Below is a list of some of the biggest banking issues lawmakers may address between now and January amidst larger discussions over potential military action in Syria and the looming fiscal crisis.
No. 1: Mortgage finance reform
Unsurprisingly, efforts to reform the government-sponsored enterprises are expected to remain a top priority for both the Senate Banking and House Financial Services committees in the coming months.
Before Congress broke for its month-long recess, momentum was building to overhaul Fannie Mae and Freddie Mac. The House Financial Services Committee passed chairman Jeb Hensarling's bill to unwind the GSEs, while Senate Banking Committee chairman Tim Johnson and Sen. Mike Crapo, the panel's top Republican, signaled they would take up the issue together in the fall.
"I think you can officially calculate the fall as 'all housing all the time,' with some other efforts put in between," said James Ballentine, executive vice president for congressional relations and political affairs at the American Bankers Association.
Still, it remains highly unlikely a bill will be enacted this year, and it's even unclear what tangible progress can be made.
One of the biggest questions yet to be answered is whether Hensarling is able to move his bill to the House floor for a successful vote—particularly given a packed legislative schedule now focused on Syria and the budget for the next fiscal year, which begins Oct. 1. Lawmakers may also have to contend with the debt ceiling earlier in the fall than previously expected, with the Treasury Department now predicting the U.S. could breach its spending limit by mid-October.
"The macro events kind of crowd out a lot of things on the calendar," said Brian Gardner, a policy analyst at Keefe, Bruyette & Woods. "You add in Syria and an accelerated schedule for a continuing resolution [for the budget] and the debt ceiling, and September becomes a very crowded month. At this point it's tough to see how a GSE bill can get to the House floor. I don't think it's possible."
Observers added that Hensarling may also have difficulty getting the necessary votes on his controversial bill without adopting some changes to bring more Republicans on board. Because the Protecting American Taxpayers and Homeowners Act would not include any kind of government backstop for the housing market, it is unlikely to attract any Democratic supporters. But many moderate Republicans are wary of the bill for the same reason.
"House leadership will likely work on changes sufficient to allow a majority of members to vote to support the PATH Act—that is, a significant majority of the Republican conference. The House vote is likely to be quite partisan," said Daniel Crowley, an attorney at K&L Gates.
Meanwhile, Johnson and Crapo are expected to move forward on bipartisan legislation in the Senate Banking Committee, reaching out to various stakeholders. The duo are due to hold a hearing on Sept. 12 examining the "essential elements of reform." In crafting a bill, they will likely draw from a bipartisan bill by Sens. Bob Corker, R-Tenn., and Mark Warner, D-Va., which is backed by several other members of the banking panel. If Johnson and Crapo produce a bill in coming months, it's possible the committee could take a vote on it before yearend, though a timetable is very difficult to predict before legislation is even introduced.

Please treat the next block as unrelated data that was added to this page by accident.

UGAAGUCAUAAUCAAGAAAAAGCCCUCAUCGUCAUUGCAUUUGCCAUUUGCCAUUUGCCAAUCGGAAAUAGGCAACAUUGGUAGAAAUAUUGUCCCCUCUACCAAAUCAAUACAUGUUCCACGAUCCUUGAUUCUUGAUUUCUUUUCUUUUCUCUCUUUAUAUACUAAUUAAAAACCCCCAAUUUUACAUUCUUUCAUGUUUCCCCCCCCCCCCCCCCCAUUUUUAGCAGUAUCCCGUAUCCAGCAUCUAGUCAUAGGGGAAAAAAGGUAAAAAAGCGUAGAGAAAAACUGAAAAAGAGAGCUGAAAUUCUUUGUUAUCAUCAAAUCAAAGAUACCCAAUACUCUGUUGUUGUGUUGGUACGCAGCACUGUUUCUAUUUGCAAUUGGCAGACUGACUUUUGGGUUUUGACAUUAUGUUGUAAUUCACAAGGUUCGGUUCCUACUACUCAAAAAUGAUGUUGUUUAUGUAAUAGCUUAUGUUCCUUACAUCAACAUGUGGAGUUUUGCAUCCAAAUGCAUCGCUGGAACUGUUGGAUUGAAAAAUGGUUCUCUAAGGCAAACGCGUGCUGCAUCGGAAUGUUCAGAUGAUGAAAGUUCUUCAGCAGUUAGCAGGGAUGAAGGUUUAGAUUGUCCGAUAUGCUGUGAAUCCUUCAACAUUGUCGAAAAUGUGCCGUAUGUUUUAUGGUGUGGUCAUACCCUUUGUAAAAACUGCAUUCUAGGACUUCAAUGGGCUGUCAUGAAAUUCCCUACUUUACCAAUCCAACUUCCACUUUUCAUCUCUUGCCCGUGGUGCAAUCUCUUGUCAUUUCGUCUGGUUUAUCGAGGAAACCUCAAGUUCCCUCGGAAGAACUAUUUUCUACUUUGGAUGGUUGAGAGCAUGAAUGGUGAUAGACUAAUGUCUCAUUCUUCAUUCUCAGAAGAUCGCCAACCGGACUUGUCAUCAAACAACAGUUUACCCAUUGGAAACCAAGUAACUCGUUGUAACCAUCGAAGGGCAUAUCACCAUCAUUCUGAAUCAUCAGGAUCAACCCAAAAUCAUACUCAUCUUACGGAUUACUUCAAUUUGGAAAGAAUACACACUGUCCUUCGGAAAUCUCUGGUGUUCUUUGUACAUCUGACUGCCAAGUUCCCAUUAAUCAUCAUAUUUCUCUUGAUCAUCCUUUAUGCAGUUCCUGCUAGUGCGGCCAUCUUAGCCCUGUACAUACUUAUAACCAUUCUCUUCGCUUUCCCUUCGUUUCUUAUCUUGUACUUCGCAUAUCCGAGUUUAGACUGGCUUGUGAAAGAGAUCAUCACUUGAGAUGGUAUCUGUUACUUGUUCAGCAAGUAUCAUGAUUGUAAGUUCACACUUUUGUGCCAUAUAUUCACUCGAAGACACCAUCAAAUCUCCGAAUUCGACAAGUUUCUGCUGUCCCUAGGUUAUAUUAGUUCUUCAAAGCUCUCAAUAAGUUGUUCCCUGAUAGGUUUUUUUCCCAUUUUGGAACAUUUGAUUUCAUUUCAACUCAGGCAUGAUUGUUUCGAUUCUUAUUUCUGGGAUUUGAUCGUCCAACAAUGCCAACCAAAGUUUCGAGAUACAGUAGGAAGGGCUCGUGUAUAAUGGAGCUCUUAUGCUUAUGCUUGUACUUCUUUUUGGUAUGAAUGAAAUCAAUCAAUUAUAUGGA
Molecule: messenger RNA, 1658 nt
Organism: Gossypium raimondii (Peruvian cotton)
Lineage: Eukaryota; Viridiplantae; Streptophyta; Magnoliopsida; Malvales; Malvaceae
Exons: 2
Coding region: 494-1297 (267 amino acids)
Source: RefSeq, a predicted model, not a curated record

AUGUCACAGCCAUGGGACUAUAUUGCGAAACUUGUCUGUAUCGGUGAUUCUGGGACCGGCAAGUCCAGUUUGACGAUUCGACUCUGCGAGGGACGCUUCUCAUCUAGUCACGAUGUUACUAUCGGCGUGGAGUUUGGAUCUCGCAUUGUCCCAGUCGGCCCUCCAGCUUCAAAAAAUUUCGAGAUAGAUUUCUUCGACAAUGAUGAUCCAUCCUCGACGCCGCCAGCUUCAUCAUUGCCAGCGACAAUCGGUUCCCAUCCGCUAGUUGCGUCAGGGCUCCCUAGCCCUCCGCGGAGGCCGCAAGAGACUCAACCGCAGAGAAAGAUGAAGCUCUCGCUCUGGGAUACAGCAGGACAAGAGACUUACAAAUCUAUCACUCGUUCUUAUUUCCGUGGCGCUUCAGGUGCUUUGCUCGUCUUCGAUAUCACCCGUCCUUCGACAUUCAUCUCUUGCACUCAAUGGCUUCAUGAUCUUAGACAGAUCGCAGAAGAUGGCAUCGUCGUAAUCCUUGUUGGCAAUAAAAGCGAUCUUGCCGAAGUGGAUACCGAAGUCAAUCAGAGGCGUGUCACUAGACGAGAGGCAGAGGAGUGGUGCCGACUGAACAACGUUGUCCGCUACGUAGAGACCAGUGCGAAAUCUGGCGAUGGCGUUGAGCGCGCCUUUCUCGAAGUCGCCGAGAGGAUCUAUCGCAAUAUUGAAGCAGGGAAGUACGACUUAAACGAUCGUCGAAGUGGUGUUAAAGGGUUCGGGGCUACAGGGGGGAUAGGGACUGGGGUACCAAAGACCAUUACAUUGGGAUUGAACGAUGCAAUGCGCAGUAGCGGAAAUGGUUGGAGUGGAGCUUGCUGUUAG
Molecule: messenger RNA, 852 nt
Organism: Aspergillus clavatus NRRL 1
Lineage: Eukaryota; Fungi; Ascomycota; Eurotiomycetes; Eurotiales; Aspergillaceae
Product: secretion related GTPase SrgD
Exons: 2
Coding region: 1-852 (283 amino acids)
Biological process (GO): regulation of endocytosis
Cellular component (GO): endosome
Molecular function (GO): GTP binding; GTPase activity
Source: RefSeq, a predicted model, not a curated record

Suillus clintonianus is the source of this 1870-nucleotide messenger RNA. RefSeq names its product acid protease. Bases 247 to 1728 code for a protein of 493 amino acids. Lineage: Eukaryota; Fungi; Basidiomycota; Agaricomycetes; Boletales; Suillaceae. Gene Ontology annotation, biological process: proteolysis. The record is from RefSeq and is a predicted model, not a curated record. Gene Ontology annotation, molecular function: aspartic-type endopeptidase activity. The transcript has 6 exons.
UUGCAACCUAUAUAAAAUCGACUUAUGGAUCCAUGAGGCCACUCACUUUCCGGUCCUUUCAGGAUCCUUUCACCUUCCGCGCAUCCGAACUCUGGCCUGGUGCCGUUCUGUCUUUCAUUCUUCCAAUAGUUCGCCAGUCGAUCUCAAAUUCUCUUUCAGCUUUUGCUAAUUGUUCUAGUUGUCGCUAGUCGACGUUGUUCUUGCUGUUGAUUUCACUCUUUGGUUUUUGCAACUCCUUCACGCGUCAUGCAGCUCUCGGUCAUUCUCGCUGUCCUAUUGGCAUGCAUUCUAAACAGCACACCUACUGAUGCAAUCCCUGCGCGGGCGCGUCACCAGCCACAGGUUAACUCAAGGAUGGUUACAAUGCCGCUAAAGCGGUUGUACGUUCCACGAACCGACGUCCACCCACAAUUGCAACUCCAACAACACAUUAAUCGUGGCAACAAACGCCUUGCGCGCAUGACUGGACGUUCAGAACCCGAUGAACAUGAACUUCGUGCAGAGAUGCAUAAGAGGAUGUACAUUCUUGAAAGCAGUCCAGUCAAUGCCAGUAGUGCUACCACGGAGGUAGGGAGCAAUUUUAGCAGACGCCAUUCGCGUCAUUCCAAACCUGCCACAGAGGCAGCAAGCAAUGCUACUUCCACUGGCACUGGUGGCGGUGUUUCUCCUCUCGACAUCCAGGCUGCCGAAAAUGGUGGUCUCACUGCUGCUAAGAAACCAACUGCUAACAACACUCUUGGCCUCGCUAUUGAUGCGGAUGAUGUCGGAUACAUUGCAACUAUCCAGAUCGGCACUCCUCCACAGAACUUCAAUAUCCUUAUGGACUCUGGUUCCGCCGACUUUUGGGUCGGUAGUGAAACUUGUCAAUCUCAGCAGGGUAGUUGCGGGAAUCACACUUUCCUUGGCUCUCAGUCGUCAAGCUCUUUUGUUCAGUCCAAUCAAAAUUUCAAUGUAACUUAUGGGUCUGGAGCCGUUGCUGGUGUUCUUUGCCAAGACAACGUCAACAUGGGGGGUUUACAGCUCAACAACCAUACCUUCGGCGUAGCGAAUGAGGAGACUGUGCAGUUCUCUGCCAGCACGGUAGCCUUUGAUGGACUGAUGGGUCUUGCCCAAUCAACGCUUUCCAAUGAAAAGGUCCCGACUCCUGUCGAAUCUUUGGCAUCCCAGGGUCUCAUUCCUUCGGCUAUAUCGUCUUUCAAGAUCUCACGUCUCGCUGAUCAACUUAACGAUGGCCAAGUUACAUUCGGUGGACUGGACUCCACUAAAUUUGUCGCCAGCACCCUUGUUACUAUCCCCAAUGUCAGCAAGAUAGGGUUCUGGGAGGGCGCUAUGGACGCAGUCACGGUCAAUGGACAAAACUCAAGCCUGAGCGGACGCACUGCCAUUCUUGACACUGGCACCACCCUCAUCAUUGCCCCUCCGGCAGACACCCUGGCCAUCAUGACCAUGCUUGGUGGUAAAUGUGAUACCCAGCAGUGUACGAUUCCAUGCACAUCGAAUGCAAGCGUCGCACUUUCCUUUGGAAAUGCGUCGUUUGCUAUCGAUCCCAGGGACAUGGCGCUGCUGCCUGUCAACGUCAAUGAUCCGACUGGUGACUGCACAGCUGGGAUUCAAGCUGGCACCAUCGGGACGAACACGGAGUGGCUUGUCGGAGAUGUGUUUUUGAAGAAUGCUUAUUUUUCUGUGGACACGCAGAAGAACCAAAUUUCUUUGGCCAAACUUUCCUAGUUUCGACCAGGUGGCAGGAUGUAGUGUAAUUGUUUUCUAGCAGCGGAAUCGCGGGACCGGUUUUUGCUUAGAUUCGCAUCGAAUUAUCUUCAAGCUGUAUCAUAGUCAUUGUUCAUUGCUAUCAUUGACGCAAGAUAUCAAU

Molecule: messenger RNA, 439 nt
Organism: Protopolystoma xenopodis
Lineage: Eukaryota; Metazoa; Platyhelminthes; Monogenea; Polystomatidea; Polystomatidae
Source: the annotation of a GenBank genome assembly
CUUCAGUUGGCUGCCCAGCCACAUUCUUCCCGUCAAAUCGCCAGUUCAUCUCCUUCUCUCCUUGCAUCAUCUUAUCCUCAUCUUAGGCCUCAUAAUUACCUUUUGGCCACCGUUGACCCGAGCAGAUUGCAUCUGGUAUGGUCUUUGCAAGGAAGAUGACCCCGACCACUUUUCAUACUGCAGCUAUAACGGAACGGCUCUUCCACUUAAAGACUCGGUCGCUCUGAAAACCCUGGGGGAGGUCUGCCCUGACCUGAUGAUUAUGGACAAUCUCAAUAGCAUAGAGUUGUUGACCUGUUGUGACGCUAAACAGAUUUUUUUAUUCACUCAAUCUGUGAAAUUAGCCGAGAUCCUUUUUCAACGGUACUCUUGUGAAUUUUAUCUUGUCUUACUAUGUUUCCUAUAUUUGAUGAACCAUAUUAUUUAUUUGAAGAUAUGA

Another open question for the housing industry remains the fate of Rep. Mel Watt, D-N.C., who has been nominated as director of the Federal Housing Finance Agency. The Senate Banking Committee sent Watt's nomination to the chamber floor in July, but it's unclear whether or when Majority Leader Harry Reid will schedule a vote on the nominee, whom many Republicans generally oppose for the position, citing his lack of technocratic experience.
"We expect the White House to expend a considerable amount of political capital in the upcoming debate over the use of military force in Syria, which lessens its capacity to force other issues such as Rep. Watt's nomination to head the FHFA," said Isaac Boltansky, a policy analyst at Compass Point Research & Trading, in a note to clients earlier this month. He added that the Syria debate "reinforces" earlier pessimism that Watt can garner enough votes for the position.
Towards the end of the year, lawmakers will also need to decide again on whether to extend a tax break for debt forgiven under short sales and other mortgage modifications. The Mortgage Forgiveness Debt Relief Act is set to expire on Dec. 31, though several bills have been introduced in the Senate to extend the provision for one or two years. The law, passed in 2007, was most recently extended as part of the last-minute deal to avert the so-called fiscal cliff at the beginning of the year.
Should Congress grant it, another extension "should be a positive for housing, as we believe there would be more foreclosures absent short sales and mortgage modifications," said Jaret Seiberg of Guggeheim Securities in a note to clients late last month. He added, however, that passage of another extension for the tax break is "far from a slam dunk."
No. 2: Battle over Fed chair nomination
Another major focus for the Senate banking panel this fall will be consideration of a new Federal Reserve Board chairman. With Fed chairman Ben Bernanke's current term due to expire Jan. 31, predictions about his successor abound, with Harvard economist Lawrence Summers and Federal Reserve Board vice chairman Janet Yellen said to be at the top of the list. The confirmation hearing for whomever the White House ultimately chooses will be a closely watched event for the industry, and any nominee is expected to face numerous banking policy questions about issues ranging from capital standards to implementation of the Dodd-Frank Act to whether some institutions are still "too big to fail."